The task of the Christian leader is to bring out the best in man and to lead him forward to a more human community; the danger is that his skilful diagnostic eye will become more an eye for distant and detailed analysis than the eye of compassionate partner. And if priests and ministers of tomorrow think that more skill training is the solution for the problem of Christian leadership for the future generation, they may end up being more frustrated and disappointed than the leaders of today. More training and structure are just as necessary as more bread for the hungry. But just as bread given without love can bring war instead of peace, professionalism without compassion will turn forgiveness into a gimmick and the kingdom to come into a blindfold. (page 42)
Many will put their trust in him who went all the way, out of concern for just one of them. The remark “He really cares for us” is often illustrated by stories which show that forgetting the many for the one is a sign of true leadership. (page 73)
All this suggests that when one has the courage to enter where life is experienced as most unique and most private, one touches the soul of the community. The man who has spent many hours trying to understand, feel, and clarify the alienation and confusion of one of his fellow men might well be the best equipped to speak to the needs of the many, because all men are one at the wellspring of pain and joy. (page 73)
I have—found that the very feeling which has seemed to me most private, most personal and hence most incomprehensible to others, has turned out to be an expression for which there is a resonance in many other people. It has led me to believe that what is most personal and unique in each one of us is probably the very element which would, if it were shared or expressed, speak most deeply to others. This has helped me to understand artists and poets who have dared to express the unique in themselves. – Carol Rogers on page 74.
A Christian leader is not a leader because he announces a new idea and tries to convince the others of its worth; he is a leader because he faces the world with eyes full of expectation, with the expertise to take away the veil that covers its hidden potential. Christian leadership is called ministry precisely to express that in the service of others new life can be brought about. It is this service which gives eyes to see the flower breaking through the cracks in the street, ears to hear a word of forgiveness muted by hatred and hostility, and hands to feel a new life under the cover of death and destruction. (page 75)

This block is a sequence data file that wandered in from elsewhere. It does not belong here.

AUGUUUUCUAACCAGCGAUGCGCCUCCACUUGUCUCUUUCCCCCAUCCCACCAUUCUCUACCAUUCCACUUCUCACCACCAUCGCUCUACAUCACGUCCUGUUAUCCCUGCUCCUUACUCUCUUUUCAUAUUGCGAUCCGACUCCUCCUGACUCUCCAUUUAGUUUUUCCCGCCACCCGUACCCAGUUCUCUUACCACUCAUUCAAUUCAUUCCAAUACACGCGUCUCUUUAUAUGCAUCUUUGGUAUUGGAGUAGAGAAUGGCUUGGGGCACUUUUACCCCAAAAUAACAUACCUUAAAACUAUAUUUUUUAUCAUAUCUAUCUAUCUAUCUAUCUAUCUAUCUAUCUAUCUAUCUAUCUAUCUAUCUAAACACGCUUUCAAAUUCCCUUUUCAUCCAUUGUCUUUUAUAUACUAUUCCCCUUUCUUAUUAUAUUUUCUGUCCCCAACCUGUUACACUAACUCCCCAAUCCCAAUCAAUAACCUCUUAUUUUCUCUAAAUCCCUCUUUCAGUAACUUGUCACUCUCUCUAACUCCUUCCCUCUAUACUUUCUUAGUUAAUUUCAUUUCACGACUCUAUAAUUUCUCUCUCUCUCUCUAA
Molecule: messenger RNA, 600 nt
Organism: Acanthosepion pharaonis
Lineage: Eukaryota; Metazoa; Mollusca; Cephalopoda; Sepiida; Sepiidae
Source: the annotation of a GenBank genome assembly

Many ministers, priests and Christian laymen have become disillusioned, bitter and even hostile when years of hard work bear no fruit, when little change is accomplished. Building a vocation on the expectations of concrete results, however conceived, is like building a house on sand instead of on solid rock, and even takes away the ability to accept successes as free gifts. (page 77)
Hope prevents us clinging to what we have and frees us to move away from the safe place and enter unknown and fearful territory. This might sound romantic, but when a man enters which his fellow man into his fear of death and is able to wait for him right there, “leaving the safe place” might turn out to be a very difficult act of leadership. It is an act of discipleship in which we follow the hard road of Christ, who entered death with nothing but bare hope. (page 77)